These communities will be more than groups under existing social media networks. I believe they will be groups of people with highly controlled access; they will be based on a membership database that allows participation from the top of an organization. In effect, they will be mini-social media sites that are niche-oriented, and in some cases, global in perspective.
The attraction to groups like this will be the niche orientation and the shared values and/or mission of the organizations. The technology will allow greater connections—while the face-to-face will allow deeper connections.
Don’t hold your breath for colleges and universities of the world to begin teaching networking and social capital. These systems are behemoths of bureaucracy. They are so far behind the curve of small business development that I’m beginning to despair that they will ever catch on. Most full-time professors have never owned a business and are completely out of touch with what is happening in real life, especially in small business.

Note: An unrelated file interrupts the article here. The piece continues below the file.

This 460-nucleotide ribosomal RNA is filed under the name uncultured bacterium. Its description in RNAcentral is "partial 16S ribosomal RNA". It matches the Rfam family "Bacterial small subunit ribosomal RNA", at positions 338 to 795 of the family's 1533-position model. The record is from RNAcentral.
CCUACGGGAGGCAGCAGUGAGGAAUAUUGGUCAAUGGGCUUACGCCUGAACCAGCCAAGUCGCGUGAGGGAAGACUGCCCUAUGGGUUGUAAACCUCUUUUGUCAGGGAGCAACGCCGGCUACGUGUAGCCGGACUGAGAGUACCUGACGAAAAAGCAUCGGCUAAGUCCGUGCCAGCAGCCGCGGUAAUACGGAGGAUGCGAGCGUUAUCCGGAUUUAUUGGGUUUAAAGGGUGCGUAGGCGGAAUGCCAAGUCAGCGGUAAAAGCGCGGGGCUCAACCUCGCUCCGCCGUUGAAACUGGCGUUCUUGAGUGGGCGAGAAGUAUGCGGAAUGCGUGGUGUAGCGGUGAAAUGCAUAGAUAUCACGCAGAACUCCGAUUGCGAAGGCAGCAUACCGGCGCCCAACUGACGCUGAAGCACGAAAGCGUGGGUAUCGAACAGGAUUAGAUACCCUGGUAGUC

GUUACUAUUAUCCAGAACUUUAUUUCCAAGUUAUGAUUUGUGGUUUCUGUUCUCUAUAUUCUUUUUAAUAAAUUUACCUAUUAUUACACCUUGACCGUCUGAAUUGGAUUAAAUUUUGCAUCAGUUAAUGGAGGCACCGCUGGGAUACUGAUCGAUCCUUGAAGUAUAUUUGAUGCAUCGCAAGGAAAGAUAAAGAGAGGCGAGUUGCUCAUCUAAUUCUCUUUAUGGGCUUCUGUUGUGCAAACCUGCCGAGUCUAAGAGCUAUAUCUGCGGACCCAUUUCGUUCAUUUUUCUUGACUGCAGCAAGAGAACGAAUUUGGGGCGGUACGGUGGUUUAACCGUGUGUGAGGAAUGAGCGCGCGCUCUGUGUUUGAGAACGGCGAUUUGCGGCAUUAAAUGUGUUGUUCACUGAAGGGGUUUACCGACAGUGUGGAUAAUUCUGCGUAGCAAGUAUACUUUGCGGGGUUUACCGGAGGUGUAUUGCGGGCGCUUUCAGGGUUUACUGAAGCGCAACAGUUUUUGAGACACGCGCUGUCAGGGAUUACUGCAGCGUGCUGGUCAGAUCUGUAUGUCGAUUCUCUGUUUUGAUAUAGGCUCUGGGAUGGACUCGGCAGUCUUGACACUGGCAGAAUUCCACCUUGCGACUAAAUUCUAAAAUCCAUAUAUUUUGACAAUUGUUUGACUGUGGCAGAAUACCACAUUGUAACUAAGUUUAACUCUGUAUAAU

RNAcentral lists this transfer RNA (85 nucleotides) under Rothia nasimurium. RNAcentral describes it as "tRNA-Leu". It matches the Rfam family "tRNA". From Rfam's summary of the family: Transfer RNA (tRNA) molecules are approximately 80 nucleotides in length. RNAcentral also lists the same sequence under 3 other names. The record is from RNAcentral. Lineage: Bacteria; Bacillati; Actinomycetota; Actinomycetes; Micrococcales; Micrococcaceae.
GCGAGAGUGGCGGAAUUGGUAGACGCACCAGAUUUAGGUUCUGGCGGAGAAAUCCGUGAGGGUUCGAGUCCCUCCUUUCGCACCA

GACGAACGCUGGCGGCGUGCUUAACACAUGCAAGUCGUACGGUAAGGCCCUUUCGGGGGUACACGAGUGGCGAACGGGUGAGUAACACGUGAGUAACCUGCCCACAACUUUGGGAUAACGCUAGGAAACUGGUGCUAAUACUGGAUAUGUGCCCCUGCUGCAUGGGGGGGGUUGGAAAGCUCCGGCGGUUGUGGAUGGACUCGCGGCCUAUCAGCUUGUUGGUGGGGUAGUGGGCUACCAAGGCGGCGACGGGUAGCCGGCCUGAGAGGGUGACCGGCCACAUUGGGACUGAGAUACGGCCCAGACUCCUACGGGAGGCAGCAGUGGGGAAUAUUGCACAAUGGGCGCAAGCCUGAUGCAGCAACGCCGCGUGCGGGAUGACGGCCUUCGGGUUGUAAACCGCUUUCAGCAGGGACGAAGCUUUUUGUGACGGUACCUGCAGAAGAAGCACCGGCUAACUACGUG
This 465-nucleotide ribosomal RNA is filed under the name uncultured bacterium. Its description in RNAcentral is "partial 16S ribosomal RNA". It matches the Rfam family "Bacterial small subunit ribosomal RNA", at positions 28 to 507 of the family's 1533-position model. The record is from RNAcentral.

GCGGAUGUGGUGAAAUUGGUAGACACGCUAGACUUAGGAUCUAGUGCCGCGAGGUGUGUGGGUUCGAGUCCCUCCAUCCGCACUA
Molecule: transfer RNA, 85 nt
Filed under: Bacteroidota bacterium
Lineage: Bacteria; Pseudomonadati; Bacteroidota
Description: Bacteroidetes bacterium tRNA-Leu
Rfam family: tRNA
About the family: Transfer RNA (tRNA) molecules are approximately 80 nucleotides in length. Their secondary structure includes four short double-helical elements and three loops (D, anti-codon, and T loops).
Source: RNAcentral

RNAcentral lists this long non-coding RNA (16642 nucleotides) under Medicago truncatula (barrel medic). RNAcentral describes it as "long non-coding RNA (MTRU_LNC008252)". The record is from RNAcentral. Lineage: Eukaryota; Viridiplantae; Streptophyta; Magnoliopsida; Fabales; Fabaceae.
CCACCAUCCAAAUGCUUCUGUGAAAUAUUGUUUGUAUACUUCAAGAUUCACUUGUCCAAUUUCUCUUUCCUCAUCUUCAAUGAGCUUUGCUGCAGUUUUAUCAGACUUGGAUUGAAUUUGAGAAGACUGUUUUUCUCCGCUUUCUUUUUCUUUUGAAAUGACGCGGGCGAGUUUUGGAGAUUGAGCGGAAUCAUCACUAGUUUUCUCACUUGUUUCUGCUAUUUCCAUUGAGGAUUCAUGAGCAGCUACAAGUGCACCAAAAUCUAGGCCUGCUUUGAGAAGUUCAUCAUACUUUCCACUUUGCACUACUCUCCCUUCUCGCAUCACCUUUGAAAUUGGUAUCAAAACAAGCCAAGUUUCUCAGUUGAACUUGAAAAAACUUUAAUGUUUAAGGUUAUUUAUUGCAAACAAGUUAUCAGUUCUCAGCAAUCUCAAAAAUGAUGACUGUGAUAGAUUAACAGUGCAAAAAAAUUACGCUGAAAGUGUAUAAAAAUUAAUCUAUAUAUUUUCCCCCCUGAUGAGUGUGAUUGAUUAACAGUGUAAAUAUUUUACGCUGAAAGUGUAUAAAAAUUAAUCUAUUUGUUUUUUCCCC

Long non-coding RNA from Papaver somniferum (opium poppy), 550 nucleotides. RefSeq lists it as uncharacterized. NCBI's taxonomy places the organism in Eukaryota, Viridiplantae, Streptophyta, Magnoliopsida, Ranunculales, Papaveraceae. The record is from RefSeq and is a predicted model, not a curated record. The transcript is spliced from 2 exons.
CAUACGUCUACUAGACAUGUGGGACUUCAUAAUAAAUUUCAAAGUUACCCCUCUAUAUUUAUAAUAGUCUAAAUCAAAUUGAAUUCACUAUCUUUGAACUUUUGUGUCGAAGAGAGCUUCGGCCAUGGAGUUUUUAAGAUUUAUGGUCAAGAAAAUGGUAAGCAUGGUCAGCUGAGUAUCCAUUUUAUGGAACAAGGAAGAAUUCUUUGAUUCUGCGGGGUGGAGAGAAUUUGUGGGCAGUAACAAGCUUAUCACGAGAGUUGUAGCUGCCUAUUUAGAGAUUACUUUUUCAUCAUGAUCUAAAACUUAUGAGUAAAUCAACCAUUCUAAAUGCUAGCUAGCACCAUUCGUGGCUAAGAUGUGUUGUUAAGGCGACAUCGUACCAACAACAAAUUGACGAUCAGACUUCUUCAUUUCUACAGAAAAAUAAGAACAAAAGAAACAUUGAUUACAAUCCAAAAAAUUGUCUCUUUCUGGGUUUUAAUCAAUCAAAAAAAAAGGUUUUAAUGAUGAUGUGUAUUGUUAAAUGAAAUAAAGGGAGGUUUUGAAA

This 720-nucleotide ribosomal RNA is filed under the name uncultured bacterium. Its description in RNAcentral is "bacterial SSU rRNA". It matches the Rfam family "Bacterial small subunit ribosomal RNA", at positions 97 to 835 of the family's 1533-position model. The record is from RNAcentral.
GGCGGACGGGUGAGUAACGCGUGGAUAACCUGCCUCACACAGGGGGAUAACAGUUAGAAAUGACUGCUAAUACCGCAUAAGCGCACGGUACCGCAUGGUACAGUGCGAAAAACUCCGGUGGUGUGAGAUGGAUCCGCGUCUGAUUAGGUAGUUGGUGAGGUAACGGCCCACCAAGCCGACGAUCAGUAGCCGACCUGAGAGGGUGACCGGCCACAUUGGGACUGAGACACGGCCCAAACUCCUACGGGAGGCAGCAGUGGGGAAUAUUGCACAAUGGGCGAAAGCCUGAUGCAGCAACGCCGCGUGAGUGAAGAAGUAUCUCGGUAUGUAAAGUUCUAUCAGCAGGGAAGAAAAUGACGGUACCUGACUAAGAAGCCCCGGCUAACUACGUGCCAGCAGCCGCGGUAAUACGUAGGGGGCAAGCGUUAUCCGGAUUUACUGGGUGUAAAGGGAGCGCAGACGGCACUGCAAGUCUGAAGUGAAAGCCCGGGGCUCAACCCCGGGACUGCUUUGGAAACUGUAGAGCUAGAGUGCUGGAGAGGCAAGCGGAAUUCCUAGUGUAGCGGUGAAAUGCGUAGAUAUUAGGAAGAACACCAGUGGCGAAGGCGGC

Only one or two universities in the world have a core-curriculum course on networking and social capital. And I don’t think that will change anytime soon. Full-time university professors (who have complete control over the curriculum) view business networking as a soft science and not something that can be taught.
They are—quite simply—wrong. Networking can be, and is, taught around world, just not in school.
In the same way that sales and closing techniques are taught outside the university, I believe that networking will be taught more and more outside the university.
I think the current trend in networking and social capital education will emerge in the form of private professional training organizations, in much the same way that private industry has controlled the educational market on sales techniques (another area where many colleges fail miserably).
The downside to this is that the consumer needs to be well informed about a training company’s real knowledge in the area in which they are claiming expertise. I’ve seen many people who think they know how to network but aren’t qualified to teach the process.
I met a man recently who had utterly failed as a business coach and subsequently decided to try his hand at teaching networking. His only substantive qualification was that he had previously attended a networking course by another training organization. He figured that since he could pass the course, he was qualified to teach one. I watched him network one evening; he wasn’t qualified.